Now in the lead would be owner-driver Alan Kulwicki, who inherited the lead for the first time all afternoon following the pit stop. At this point in time, Kulwicki had a similar career trajectory to Schrader, as Kulwicki claimed the 1986 Rookie of the Year award and had slowly improved in his next two seasons, culminating in getting his first career win in 1988. While a Daytona 500 victory would have been the most memorable race win of his career, Kulwicki’s gas tank would not allow this to come to fruition. Kulwicki came down pit road with just five laps to go. With Schrader now moving up to the second spot, the final laps would be in the hands of Darrell Waltrip.

Competing in his 17th Daytona 500, Waltrip was no stranger to having spectacular runs in the Great American Race, as he finished runner-up to Richard Petty in 1979 as well as finishing third three years in a row from 1984 to 1986. However, Waltrip was still seeking his first-ever win in the race, with it being one of the only items the three-time series champion hadn’t yet accomplished. Running dangerously low on fuel, Waltrip had been able to conserve some gas by running behind Kulwicki for the bulk of the green flag run, though he would be largely on his own for the final stretch.

Despite having a commanding lead, Waltrip could only draft off of passing lapped traffic in an effort to get his car to the end. Not long after the white flag waved, Waltrip’s car began sputtering, but thanks to having such a large lead over his teammate he managed to coast his way through the final set of turns. At the end, it would be Waltrip picking up his first and only Daytona 500 win, while Schrader followed 7.64 seconds behind to claim the second position.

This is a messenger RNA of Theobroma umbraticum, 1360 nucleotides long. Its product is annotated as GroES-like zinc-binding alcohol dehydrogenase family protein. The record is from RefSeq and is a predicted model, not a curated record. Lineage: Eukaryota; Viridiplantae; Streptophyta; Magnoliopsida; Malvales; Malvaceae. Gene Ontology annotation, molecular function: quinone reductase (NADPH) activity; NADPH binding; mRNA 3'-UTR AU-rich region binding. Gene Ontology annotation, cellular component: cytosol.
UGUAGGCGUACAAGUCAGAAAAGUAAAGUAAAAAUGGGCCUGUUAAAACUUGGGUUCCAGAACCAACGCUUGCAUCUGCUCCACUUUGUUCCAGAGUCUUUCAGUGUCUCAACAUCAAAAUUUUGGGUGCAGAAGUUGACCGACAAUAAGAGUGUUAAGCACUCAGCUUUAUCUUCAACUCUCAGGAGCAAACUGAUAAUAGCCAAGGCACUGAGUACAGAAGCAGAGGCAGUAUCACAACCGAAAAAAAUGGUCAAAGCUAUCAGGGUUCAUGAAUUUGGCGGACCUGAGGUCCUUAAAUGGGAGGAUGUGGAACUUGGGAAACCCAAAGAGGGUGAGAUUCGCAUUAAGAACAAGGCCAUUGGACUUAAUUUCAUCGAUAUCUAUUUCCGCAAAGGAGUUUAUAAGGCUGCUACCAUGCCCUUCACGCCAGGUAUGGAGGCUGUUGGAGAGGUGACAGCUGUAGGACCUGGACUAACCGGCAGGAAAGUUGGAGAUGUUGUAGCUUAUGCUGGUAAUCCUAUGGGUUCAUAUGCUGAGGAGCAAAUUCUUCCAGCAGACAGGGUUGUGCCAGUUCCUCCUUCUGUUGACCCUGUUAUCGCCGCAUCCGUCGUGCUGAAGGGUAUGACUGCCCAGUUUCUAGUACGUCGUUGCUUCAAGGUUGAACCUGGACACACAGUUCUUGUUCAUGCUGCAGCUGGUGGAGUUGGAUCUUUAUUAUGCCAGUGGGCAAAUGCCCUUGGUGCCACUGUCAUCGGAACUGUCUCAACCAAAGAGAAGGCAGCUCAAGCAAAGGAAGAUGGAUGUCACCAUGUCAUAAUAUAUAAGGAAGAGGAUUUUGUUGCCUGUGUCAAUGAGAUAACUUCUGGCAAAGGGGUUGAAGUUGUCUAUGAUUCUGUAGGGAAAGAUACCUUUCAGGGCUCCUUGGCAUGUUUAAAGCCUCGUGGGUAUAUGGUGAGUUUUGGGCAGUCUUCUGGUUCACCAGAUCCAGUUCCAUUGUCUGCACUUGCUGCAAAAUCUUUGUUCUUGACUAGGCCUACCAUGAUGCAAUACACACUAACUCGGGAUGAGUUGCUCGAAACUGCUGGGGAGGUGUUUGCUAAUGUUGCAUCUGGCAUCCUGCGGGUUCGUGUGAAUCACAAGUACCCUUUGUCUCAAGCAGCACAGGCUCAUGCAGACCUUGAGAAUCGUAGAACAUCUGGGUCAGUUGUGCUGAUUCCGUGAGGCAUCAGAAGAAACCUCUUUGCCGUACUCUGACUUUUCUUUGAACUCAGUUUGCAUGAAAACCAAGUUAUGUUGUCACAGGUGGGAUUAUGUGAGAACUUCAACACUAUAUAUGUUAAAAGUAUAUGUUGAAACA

The 1989 run would be a career-best finish for Schrader at the Daytona 500, though he would also post solid runs in 1996 and 1998, finishing third and fourth respectively. Schrader went on to a lengthy career in NASCAR which technically continues to this day, as he made a brief ARCA appearance in 2023, though his final Cup Series start came in 2013. While not the only driver to win the first two season-opening events before finishing second at the Daytona 500 the same year, with Dale Earnhardt in 1993 and 1995 and Denny Hamlin in 2014 also doing so, neither of these drivers led nearly as much as Schrader did during his dominant run at Daytona Speedweeks in 1989.